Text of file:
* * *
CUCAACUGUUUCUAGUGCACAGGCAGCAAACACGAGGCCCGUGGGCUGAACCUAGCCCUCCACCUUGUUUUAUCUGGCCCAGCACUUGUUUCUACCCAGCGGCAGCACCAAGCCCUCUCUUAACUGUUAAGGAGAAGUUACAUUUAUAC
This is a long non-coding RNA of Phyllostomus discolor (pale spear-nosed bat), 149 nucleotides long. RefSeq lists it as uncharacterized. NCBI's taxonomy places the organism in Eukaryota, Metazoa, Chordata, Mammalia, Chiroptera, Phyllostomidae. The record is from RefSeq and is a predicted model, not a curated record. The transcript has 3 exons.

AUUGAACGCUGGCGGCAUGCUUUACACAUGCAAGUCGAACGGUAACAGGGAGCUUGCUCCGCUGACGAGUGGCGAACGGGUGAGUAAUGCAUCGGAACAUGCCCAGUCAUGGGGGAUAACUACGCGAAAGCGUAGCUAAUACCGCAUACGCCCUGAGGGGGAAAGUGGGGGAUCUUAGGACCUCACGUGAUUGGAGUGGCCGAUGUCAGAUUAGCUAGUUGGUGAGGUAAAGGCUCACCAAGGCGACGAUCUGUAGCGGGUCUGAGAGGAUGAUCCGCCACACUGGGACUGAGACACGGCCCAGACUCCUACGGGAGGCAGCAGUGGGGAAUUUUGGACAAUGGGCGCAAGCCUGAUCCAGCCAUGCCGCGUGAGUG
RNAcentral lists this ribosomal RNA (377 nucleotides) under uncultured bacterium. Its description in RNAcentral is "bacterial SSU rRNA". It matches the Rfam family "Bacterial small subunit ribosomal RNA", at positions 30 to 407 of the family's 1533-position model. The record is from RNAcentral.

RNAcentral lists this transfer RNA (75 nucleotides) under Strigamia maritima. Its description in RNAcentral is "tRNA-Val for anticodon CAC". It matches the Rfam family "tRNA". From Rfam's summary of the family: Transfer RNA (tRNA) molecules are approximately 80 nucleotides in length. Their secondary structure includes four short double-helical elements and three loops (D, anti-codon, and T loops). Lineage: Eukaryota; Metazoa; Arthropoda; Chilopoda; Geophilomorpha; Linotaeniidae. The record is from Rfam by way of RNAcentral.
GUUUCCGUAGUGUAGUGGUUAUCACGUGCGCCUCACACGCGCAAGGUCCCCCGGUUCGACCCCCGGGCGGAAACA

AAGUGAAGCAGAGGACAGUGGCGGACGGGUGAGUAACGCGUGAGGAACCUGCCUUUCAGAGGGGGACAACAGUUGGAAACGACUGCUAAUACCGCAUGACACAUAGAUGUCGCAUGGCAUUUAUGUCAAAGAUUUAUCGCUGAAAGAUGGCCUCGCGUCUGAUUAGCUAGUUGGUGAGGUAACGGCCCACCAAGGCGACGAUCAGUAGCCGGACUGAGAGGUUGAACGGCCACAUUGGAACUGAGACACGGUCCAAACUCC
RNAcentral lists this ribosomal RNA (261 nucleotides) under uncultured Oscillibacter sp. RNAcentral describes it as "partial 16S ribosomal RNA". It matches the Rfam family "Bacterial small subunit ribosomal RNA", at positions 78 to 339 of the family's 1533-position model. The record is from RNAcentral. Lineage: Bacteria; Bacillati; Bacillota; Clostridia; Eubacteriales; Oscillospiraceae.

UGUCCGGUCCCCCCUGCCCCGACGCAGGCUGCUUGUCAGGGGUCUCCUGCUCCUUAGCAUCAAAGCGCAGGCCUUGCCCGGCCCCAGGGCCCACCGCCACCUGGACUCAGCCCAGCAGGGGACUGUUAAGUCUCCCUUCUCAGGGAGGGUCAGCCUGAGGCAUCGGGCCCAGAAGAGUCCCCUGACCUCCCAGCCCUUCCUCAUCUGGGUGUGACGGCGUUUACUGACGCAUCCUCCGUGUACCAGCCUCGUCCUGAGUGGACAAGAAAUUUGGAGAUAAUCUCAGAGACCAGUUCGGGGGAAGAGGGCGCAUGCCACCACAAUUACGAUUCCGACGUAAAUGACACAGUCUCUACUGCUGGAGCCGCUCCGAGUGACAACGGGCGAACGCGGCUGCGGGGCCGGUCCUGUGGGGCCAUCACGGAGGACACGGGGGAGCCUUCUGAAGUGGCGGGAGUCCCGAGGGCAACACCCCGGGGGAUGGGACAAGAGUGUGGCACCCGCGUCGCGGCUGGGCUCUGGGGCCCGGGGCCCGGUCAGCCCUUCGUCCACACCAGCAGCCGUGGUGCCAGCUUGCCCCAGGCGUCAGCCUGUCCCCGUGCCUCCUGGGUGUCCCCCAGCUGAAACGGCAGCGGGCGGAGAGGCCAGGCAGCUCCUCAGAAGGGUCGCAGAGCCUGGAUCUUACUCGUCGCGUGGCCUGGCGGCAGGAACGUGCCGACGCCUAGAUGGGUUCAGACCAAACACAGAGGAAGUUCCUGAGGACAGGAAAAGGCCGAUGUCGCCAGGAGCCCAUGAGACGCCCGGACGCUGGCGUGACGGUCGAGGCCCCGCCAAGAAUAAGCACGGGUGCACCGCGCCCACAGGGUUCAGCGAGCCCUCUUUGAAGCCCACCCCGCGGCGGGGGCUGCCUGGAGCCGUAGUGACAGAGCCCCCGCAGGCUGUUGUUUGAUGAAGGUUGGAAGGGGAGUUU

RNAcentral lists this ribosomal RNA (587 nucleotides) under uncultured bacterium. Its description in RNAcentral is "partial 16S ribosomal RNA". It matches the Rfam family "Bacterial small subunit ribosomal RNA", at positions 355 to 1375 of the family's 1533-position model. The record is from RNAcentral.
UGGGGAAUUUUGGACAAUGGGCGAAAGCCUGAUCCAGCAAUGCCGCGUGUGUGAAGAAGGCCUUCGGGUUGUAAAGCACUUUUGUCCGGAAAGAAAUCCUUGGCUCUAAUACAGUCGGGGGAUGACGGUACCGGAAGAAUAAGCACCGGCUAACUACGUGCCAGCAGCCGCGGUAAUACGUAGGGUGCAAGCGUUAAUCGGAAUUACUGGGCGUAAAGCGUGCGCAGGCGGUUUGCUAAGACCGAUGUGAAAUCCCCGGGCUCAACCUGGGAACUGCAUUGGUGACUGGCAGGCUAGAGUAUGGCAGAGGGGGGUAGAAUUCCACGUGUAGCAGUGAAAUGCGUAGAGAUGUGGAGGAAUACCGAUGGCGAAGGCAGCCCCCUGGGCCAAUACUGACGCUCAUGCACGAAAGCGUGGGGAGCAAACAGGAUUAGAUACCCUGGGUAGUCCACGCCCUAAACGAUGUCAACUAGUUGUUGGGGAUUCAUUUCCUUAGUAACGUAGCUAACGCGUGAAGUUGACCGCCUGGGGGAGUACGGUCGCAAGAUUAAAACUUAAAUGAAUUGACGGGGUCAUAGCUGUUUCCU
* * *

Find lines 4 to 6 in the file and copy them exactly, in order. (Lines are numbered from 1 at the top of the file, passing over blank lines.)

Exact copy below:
RNAcentral lists this ribosomal RNA (377 nucleotides) under uncultured bacterium. Its description in RNAcentral is "bacterial SSU rRNA". It matches the Rfam family "Bacterial small subunit ribosomal RNA", at positions 30 to 407 of the family's 1533-position model. The record is from RNAcentral.

RNAcentral lists this transfer RNA (75 nucleotides) under Strigamia maritima. Its description in RNAcentral is "tRNA-Val for anticodon CAC". It matches the Rfam family "tRNA". From Rfam's summary of the family: Transfer RNA (tRNA) molecules are approximately 80 nucleotides in length. Their secondary structure includes four short double-helical elements and three loops (D, anti-codon, and T loops). Lineage: Eukaryota; Metazoa; Arthropoda; Chilopoda; Geophilomorpha; Linotaeniidae. The record is from Rfam by way of RNAcentral.
GUUUCCGUAGUGUAGUGGUUAUCACGUGCGCCUCACACGCGCAAGGUCCCCCGGUUCGACCCCCGGGCGGAAACA